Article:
Drummond contends that the ALJ erred in applying the requirement of Blevins v. Peabody Coal Co., 9 BRBS 510 (1978) ("Blevins II") to Dr. Branscomb's report and deposition testimony9 and therefore erred in finding that the presumption had not been rebutted under 20 C.F.R. Sec. 727.203(b)(3). We agree with Drummond that the ALJ applied an improper legal standard in his consideration of Dr. Branscomb's testimony.
In Blevins II, the Board held that a physician's medical opinion offered to rebut an interim presumption of pneumoconiosis must be expressed in terms of a "reasonable degree of medical certainty" before that opinion may be considered by an ALJ in rebuttal. The Seventh Circuit has specifically rejected the "reasonable medical certainty" standard. Peabody Coal Co. v. Lowis, 708 F.2d 266 (7th Cir.1983); Underhill v. Peabody Coal Co., 687 F.2d 217 (7th Cir.1982). The Underhill court explained that the Department of Labor cannot establish a standard that treats the same proof differently depending on which side offers it. Because claimants are permitted to invoke the pneumoconiosis presumption merely on the basis of "the documented opinion of a physician exercising reasoned medical judgment," 20 C.F.R. Sec. 727.203(a)(4), mine operators must be permitted to rebut the presumption under the same standard. 687 F.2d at 223. The Underhill court held that a physician's opinion, expressed in clear and uncontradicted terms and based on a physical examination, a ventilatory study, chest x-rays, and a review of the miner's employment history satisfied the "reasoned medical judgment" standard. Id. at 223. In Lowis, the court found that a physician's clear and uncontradicted opinion based on a review of the miner's employment history and a thorough examination satisfies the "reasoned medical judgment" standard. 708 F.2d at 274.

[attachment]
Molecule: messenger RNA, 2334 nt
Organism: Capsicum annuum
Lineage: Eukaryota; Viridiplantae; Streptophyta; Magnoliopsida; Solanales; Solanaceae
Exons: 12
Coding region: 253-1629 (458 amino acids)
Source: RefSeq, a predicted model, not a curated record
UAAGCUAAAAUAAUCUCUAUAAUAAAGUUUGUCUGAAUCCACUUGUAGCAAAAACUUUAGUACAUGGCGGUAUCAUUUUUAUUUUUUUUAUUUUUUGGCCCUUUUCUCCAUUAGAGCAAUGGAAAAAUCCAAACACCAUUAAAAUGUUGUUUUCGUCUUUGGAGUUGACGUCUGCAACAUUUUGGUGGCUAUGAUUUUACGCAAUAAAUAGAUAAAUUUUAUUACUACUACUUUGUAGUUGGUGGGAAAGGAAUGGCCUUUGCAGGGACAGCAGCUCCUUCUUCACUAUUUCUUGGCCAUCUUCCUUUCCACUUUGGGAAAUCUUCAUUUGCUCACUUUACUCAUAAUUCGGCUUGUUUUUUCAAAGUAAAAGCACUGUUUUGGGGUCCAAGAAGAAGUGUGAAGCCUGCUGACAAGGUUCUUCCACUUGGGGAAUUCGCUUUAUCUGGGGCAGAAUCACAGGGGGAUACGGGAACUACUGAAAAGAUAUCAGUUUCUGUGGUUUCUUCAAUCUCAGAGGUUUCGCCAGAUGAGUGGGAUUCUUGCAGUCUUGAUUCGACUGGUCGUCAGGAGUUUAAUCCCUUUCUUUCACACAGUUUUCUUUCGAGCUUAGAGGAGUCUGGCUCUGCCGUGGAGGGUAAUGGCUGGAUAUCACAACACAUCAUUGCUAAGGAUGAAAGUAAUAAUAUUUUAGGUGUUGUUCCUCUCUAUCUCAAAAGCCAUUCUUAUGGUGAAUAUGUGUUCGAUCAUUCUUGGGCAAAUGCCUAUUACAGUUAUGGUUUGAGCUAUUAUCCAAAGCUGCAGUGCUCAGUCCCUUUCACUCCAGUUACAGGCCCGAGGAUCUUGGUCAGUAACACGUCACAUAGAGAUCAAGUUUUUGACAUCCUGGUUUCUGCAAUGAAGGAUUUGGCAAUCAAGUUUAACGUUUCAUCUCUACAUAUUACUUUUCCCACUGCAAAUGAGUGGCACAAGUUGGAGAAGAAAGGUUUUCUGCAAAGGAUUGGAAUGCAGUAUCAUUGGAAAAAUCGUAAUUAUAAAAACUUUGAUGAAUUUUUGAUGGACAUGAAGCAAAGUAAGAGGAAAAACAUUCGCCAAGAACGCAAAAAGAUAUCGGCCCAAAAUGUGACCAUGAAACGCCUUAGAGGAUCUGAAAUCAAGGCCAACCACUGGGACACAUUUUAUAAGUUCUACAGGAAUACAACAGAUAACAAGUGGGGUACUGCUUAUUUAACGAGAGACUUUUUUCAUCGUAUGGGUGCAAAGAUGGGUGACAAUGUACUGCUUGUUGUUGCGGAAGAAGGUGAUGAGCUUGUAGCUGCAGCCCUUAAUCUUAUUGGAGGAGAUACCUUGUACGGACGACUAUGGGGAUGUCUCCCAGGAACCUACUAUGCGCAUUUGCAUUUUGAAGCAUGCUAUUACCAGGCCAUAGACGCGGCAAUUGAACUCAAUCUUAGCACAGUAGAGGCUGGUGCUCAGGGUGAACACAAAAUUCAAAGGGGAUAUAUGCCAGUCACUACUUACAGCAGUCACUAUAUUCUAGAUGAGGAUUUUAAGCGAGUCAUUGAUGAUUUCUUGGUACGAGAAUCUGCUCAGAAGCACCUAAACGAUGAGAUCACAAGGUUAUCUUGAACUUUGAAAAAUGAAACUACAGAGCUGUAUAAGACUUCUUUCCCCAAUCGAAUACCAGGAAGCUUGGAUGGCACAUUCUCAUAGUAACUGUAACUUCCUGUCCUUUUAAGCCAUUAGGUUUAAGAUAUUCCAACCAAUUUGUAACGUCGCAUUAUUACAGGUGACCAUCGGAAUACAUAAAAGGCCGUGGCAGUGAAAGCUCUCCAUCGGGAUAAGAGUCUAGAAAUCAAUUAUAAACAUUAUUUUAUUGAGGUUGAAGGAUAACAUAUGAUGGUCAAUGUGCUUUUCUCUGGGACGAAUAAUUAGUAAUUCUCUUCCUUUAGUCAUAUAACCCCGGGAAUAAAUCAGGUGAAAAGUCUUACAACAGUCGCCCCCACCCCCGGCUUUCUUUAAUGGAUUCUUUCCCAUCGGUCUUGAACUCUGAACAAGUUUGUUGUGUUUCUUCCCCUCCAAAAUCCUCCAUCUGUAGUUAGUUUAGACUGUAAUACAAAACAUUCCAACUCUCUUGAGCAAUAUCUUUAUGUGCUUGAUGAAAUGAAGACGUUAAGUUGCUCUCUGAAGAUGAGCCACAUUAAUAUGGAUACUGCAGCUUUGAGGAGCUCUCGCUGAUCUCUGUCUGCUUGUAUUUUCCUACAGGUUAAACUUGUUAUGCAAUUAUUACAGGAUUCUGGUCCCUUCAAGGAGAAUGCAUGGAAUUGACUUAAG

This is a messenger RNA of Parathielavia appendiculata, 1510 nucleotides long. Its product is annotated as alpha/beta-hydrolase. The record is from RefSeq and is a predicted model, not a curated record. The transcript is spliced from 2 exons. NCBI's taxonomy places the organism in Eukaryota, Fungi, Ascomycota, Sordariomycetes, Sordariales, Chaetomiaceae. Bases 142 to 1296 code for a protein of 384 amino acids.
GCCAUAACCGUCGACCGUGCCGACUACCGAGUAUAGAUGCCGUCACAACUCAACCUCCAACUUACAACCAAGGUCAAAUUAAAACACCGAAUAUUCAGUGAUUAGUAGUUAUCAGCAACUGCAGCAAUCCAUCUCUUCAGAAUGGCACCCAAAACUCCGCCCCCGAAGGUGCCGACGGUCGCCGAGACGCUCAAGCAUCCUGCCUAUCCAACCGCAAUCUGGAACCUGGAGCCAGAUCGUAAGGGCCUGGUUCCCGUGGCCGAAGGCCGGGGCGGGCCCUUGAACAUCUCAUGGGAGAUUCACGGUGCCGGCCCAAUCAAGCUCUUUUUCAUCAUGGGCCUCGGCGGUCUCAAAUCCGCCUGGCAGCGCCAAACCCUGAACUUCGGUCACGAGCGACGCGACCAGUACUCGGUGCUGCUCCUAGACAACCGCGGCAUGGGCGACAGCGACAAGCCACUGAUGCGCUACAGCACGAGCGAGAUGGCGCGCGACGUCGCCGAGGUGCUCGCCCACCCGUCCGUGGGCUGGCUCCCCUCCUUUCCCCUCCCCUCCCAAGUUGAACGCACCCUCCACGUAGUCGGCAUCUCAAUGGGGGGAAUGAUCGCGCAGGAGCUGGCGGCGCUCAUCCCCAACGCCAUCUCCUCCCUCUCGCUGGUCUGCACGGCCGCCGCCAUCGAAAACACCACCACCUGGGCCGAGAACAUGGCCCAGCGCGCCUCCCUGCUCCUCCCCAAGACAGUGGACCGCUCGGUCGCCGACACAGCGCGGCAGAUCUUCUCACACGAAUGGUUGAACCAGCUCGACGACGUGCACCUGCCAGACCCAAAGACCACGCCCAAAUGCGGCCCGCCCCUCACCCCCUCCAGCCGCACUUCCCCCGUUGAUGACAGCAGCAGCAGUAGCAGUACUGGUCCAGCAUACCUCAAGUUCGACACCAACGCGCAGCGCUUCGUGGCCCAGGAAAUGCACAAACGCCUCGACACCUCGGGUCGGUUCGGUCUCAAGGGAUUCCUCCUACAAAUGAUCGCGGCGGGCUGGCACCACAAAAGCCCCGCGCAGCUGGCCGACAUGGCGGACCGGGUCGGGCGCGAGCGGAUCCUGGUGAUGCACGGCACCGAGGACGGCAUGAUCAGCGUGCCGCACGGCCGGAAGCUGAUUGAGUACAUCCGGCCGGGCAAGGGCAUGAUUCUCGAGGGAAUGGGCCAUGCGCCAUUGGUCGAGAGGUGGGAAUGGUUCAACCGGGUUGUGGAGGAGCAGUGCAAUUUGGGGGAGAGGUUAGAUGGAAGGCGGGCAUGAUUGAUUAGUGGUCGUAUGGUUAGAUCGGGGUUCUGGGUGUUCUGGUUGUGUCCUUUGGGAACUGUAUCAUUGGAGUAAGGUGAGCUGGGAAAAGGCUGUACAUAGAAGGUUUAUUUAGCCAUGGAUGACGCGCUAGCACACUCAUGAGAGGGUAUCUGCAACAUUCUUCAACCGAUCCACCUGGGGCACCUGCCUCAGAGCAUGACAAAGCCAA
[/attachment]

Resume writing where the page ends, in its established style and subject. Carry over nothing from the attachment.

Furthermore, the Board recently has held: "To the extent that Blevins II required a medical opinion to satisfy the standard of a 'reasonable degree of medical certainty,' we overrule the decision. It is sufficient that a doctor's opinion constitutes a reasoned medical judgment." Blevins v. Peabody Coal Co., --- BLR ---- (BRB No. 81-2085 BLA, Dec. 21, 1983).
Therefore, because the ALJ applied an incorrect standard, we remand to the ALJ to consider the rebuttal evidence of Dr. Branscomb and the other doctors under the "reasoned medical judgment standard."10
For the foregoing reasons, the Board's decision is VACATED and the case is ordered REMANDED for proceedings not inconsistent with this opinion.